There were a few things I expected when we brought a three-year-old foster child with Down syndrome into our home.
What was unexpected was how low his Down syndrome ranks in our list of immediate concerns. Of those three descriptors – foster child, toddler and Down syndrome – his diagnosis was dead last. If it’s move up in ranking lately, that’s only because the other two have ceased to be relevant.
There are other descriptors, applicable to us as people and parents that also affect our day-to-day lives much more than the pace or degree of his development. A couple that come to mind are “novices,” and “employed.”
As much as we worked for that day and dreamed it would come, when T. came into our home, we were immediately overwhelmed.
All first time parents are. If you’re not, you’re either doing it wrong or have an excellent supply of tranquilizers, in which case, you’re doing it wrong.
Most first-time parents get to ease into toddlerdom. For the first year or so parents are trying to get their kids to either eat or sleep – or trying to sleep themselves.
We had to figure out those things and quite a few others. For one, T. came to us already mobile – highly mobile. He couldn’t quite walk on his own, but he only needed a bit of support to move around upright and he was an accomplished crawler. This presented challenges for a couple first time parents who did not have an opportunity to ease into this development.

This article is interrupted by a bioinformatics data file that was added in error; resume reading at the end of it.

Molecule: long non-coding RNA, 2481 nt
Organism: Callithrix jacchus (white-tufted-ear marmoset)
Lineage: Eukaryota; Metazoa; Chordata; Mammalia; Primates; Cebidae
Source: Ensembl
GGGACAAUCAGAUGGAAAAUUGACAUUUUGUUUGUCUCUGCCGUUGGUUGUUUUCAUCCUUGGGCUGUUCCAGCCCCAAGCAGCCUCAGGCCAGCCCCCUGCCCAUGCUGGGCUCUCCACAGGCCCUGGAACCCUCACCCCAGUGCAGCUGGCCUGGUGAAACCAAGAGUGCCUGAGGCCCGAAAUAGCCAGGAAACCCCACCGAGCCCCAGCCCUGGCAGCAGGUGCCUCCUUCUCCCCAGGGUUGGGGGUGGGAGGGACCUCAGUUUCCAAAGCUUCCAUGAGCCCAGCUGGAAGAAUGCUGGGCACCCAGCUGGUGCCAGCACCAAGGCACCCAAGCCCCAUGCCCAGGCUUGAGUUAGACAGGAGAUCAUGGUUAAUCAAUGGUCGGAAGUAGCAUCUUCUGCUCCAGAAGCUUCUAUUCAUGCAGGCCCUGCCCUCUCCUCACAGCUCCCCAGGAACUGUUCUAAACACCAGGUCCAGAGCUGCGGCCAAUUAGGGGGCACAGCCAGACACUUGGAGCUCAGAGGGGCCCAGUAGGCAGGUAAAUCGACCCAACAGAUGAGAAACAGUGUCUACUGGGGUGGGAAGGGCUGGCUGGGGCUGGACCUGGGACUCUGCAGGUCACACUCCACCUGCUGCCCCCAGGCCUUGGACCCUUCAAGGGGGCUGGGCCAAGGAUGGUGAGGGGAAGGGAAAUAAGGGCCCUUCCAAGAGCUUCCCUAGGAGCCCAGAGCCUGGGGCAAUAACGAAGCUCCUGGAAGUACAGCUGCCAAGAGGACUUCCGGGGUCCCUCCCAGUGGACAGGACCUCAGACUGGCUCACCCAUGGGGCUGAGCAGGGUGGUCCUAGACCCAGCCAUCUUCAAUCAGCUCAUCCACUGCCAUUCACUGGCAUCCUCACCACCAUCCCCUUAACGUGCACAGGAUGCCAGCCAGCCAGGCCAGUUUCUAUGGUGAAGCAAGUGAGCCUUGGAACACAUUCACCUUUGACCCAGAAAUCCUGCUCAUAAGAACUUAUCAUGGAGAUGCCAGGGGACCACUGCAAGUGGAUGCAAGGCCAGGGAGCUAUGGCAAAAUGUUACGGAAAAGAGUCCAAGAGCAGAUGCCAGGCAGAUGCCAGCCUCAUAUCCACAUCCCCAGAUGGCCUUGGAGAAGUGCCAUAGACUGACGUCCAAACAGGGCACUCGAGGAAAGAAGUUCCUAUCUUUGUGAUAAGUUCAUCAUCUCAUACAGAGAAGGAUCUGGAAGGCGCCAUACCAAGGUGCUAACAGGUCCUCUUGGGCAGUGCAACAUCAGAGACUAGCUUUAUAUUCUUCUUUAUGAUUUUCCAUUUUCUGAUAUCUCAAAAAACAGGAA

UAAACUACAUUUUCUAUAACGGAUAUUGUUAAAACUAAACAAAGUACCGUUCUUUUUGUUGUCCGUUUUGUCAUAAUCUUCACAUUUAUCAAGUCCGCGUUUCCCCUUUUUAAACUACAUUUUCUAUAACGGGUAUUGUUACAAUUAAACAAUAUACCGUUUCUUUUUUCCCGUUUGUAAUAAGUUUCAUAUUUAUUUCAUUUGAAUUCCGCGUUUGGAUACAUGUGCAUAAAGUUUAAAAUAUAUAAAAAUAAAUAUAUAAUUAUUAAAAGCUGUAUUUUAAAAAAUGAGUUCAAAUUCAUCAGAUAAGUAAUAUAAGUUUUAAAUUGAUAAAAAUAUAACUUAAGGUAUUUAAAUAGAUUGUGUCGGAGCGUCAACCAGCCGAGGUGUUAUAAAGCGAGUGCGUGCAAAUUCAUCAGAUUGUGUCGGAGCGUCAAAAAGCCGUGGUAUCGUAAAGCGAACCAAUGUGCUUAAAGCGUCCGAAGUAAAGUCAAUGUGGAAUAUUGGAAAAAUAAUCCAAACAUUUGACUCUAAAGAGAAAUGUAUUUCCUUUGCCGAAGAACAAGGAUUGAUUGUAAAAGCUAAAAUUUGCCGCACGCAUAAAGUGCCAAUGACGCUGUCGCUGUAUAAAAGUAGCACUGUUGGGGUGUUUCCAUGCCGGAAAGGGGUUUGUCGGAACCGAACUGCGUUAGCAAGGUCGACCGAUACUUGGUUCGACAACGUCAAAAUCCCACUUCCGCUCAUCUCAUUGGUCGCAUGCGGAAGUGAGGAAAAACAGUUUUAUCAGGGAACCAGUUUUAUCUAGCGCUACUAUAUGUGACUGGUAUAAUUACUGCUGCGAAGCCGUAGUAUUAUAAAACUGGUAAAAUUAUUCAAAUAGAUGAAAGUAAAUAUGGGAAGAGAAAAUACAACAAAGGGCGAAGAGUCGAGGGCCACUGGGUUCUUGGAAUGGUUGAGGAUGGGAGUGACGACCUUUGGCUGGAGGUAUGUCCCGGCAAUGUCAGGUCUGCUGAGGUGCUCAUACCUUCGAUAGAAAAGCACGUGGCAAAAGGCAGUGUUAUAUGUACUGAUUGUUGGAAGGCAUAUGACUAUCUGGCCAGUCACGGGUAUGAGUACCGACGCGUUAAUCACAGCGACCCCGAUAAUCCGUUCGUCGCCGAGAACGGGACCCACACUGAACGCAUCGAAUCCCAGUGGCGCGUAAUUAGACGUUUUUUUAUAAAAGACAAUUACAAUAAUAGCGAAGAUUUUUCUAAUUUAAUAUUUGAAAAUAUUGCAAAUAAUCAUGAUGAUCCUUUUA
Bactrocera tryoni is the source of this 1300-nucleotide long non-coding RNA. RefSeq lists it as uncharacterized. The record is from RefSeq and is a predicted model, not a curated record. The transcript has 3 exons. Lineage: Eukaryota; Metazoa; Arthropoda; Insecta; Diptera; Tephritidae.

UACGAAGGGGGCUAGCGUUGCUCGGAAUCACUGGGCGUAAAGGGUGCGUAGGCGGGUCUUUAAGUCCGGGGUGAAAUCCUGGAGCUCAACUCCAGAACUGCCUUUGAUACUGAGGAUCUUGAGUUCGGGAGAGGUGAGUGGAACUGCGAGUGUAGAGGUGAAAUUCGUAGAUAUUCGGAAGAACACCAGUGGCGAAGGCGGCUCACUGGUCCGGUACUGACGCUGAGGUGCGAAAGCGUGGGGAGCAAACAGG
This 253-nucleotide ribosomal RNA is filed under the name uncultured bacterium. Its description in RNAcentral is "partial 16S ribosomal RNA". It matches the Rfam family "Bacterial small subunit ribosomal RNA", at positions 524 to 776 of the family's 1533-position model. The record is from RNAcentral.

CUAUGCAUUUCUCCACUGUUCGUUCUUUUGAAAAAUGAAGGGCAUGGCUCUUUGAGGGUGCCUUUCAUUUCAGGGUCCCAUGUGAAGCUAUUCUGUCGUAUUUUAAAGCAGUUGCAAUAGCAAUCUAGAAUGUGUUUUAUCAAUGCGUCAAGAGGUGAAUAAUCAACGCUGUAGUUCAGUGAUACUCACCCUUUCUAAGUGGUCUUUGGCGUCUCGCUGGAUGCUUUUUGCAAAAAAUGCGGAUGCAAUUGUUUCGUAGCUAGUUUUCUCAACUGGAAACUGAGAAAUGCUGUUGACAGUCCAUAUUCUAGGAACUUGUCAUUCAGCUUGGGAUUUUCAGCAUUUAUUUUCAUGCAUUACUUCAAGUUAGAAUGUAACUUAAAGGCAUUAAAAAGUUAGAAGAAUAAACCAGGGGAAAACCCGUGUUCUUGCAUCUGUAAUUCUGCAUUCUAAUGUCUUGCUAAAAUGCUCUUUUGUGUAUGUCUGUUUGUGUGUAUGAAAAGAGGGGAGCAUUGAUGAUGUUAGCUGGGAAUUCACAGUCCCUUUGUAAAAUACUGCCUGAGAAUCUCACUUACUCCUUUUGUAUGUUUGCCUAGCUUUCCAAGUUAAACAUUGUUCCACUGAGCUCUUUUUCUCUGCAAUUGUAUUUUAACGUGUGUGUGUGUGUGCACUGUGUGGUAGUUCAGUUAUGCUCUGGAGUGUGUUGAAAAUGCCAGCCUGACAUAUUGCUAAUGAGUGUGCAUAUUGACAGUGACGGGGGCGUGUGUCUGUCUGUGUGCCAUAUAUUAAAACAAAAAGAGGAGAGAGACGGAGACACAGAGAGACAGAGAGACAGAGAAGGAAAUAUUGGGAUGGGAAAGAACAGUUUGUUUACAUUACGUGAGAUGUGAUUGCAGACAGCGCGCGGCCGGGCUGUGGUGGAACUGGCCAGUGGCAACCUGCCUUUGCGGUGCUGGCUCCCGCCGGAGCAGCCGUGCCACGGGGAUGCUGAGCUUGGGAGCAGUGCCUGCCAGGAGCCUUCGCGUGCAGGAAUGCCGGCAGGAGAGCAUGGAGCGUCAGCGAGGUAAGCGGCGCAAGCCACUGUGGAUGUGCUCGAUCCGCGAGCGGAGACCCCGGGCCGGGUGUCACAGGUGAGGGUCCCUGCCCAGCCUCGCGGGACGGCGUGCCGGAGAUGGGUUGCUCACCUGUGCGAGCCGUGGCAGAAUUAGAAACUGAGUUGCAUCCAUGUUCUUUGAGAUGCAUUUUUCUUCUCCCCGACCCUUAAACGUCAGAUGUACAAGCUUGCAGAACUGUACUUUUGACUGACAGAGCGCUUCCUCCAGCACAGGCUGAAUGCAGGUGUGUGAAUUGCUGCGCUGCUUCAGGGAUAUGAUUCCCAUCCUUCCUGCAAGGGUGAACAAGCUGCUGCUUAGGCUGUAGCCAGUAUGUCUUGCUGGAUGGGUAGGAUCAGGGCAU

A few weeks after he came into our home, we had a baby shower where we received two of the greatest inventions known to man: the Pack n’ Play and the Diaper Genie.
If you had asked me even a month before the shower to name the greatest products ever invented, neither one would have made the top 1,000.
But that was before I tried to take a shower while my wife was out of the house or held a poopy diaper and an entire pack’s worth of dirty baby wipes, wondering if I closed the gate at the top of the stairs as a half-naked kid crawled down the hall.
Baby proofing consisted of seeing what he could reach, grab or knock down and then not putting things in that spot.
We had to learn not to react to surprising things he did, if we didn’t want him to do those things again, like pretending to choke. Do you know how hard it is to act calm while your son pretends to choke – or at least you’re 99 percent sure he’s pretending?
Or when he eats dirt.
Or drinks from the dogs’ bowl.
Down syndrome? Oh yeah, that too.